We are neither Licensed Veterinarians nor Licensed Veterinary Techs. Our recommendations are based on twenty-plus years breeding the Weimaraner (exclusively) as well as the breed recommendation (from the Weimaraner Club of America). Ultimately, you have to decide what is the best approach. This protocol is considered a more Holistic and safer approach. That being said, our advice cannot replace that of your Veterinary of choice. 

Crate Training Journal

One Family’s Journey

Hartung's Koda_0988

Chris Reports

May 3, 2017

Hi All!  Koda slept through the night on Saturday.  I woke him up at 2:00 to go out then he woke us up around 5:30-6:00 to go out.  The last couple of nights it’s been more of what I expected.  He wants out every 2.5 – 3 hours.  During the night he does great in the crate.  It’s rougher during the day for sure.  Patience is the key along with staying on the plan but wow, does this boy have a set of lungs! LOL.  He’s been doing so good for the most part.  When we go out to potty he does his thing then goes and sits in front of the door to let you know he’s done and ready to go back in.  We’ve been setting him down then standing off to the side of the dogs “bathroom” and he sniffs around then goes.  We have a separate yard that we’ve rocked for the dogs to use as a bathroom.  He did have a couple of accidents this morning but I’m pretty sure he was stressed a bit.  We had a tough morning with my son.  Most days he wakes up great but occasionally he is a total bear.  Argues, is mean, etc.  Today was that day.  After everybody settled down so did Koda.  We all got puppy kisses and he fell asleep on the couch with his blanket and a stuffy. J  He’s asleep right now under my desk, between my feet.  He is so smart, cute and loveable!!!  Thank you so very much for helping bring him into our family!!!

May 4, 2017

Hartung's Koda_0993I got 6 hours of sleep last night!!!!!!!   I was feeling reeeaaalllyyy tired, to the point I was just running on auto pilot.  Koda and I fell asleep between 10 and 10:30, he was in his kennel which I moved closer to my side of the bed.  I woke up about 4:30, amazed that it was that late and wondering if I should wake him up.  He must have felt that I was awake, he gave a couple small scratches at the gate to let me know and off we went to the bathroom.  Of course he didn’t want to stay there when we came back in so we snuggled on the floor in front of the kennel. I know he fell back asleep and I must have because my wife’s alarm woke me up about 6:15.  He is such a good snuggler.

May 5, 2017

I wish I could say that sleep was my friend last night but Mr. Koda had other plans.  He didn’t want to settle into his kennel at first.  Finally around 11:00 or so he did.  Woke up at 2:30 wanting out then really didn’t want to be in the kennel.  Took about 30 minutes and me laying in front of it for him to sleep.  Up at 5:30… no way was I going to fight that fight so snuggled him for 30 minutes until it was time for us to get up.  I need coffee 🙂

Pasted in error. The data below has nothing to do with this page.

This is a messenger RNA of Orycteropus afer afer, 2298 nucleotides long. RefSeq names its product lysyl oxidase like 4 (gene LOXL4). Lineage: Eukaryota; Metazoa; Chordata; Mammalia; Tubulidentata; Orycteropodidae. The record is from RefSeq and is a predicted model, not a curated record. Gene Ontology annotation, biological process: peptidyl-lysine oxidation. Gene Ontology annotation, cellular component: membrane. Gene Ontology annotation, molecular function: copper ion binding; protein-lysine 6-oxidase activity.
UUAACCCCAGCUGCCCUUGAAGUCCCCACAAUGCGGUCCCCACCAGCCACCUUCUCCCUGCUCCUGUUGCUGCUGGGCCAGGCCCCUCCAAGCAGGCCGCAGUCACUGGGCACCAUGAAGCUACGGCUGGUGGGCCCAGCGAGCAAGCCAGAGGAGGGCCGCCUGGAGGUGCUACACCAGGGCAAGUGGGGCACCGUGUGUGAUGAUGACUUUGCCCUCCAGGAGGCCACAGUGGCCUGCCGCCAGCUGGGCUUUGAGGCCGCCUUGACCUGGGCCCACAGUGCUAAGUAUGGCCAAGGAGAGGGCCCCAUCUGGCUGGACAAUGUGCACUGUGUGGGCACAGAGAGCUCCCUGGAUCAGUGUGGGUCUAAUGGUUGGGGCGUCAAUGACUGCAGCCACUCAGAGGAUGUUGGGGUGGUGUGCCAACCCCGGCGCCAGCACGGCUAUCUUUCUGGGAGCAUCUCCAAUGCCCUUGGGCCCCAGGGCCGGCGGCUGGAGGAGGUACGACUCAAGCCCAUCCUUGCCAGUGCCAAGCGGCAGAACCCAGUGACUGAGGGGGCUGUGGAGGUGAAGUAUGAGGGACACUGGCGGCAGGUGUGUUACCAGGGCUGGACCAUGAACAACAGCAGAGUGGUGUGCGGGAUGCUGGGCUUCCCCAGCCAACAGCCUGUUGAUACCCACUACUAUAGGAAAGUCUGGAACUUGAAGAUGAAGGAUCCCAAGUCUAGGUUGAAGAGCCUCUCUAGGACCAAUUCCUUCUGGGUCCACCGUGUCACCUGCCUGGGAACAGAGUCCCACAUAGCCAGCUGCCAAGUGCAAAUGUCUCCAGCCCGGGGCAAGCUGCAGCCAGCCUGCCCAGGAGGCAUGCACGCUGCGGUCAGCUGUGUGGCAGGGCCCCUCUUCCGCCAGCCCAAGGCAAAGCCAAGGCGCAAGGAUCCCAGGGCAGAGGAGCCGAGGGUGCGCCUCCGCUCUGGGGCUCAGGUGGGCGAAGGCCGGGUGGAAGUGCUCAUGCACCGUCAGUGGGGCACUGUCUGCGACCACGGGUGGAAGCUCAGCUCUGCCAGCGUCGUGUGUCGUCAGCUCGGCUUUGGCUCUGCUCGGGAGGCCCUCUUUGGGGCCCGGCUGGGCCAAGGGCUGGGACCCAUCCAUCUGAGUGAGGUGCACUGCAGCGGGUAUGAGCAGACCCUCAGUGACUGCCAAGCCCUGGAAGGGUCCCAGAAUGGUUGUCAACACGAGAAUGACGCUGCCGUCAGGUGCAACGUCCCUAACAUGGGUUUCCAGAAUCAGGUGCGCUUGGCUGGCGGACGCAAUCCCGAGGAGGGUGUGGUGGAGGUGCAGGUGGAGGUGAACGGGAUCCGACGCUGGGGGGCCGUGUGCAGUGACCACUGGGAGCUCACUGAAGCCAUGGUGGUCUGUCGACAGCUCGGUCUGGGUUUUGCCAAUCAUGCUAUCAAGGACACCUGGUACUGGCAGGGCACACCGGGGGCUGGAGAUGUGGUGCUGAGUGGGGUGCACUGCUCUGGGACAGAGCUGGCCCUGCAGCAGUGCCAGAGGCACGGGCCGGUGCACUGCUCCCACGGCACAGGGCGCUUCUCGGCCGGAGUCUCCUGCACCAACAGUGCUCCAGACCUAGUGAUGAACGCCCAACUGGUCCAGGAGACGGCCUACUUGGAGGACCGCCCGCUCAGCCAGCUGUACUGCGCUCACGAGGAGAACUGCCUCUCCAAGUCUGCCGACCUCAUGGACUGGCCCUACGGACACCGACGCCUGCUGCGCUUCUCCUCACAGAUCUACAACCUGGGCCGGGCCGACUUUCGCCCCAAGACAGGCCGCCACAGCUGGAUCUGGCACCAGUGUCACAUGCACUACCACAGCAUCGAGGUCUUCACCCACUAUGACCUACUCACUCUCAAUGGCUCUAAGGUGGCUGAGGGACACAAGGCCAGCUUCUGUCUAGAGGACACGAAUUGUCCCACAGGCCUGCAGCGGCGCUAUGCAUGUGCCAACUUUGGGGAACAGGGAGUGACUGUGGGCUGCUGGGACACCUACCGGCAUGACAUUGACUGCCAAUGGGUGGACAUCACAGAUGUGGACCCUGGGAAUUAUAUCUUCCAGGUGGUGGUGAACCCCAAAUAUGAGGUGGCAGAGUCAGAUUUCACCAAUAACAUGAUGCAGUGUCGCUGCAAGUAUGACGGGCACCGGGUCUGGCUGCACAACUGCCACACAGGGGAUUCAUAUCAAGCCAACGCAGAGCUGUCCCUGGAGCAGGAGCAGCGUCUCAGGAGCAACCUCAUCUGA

May 6, 2017
Koda threw a fit for a long time last night. Julie thinks it was almost 2 hours. My wife and the kids were sleeping upstairs and I was with Koda downstairs. After about 45 minutes I fell asleep. LOL!  I was tired and I have some good ear buds.  Tough love it is. Thanks again!!!
Hartung's Tired Koda_1001
May 8, 2017
Great night last night!!!  Slept from 10:30 to 6:25 this morning!!!

Breeder Comment

We have found the most important aspect of crate training is the human element. By that, we mean that if you feel sorry for the pup, they will play on that until they get the upper paw and you let them out. The slightest waver or questioning of your methodology is something the intuitive Weimaraner can work with–use to manipulate you. Oh, you might think it impossible for them to start that process at 8-weeks-old. Do not be deceived. The moment they come to you the dance begins. You wrap them in your arms, and they find a way into your heart. It is not all bad; however, winning the small battles is important. Good job Chris–one down and others to do.

Swimming Pups

The First Swim

I posted this video on Facebook yesterday. I never gave it much thought, but it deserves an explanation. There are six puppies; four are Longhairs. Of the six, five have the natural European-style tail–full length. This tail length is typical around the world for the Longhairs–and it is the Breed Standard. You may have noticed that the one Blue Ghost puppy has a full-length tail too. It was by request.

B-Sadie X Stackhouse 2017 Week Five Adventure-4.jpgThe traditional undocked puppy requires advance notice. We have a very specific protocol for this situation. I will forego the details here, other than to say we require a larger deposit for the obvious reasons. The number of inquiries regarding the undocked tail continues to increase each year.

Introducing Something New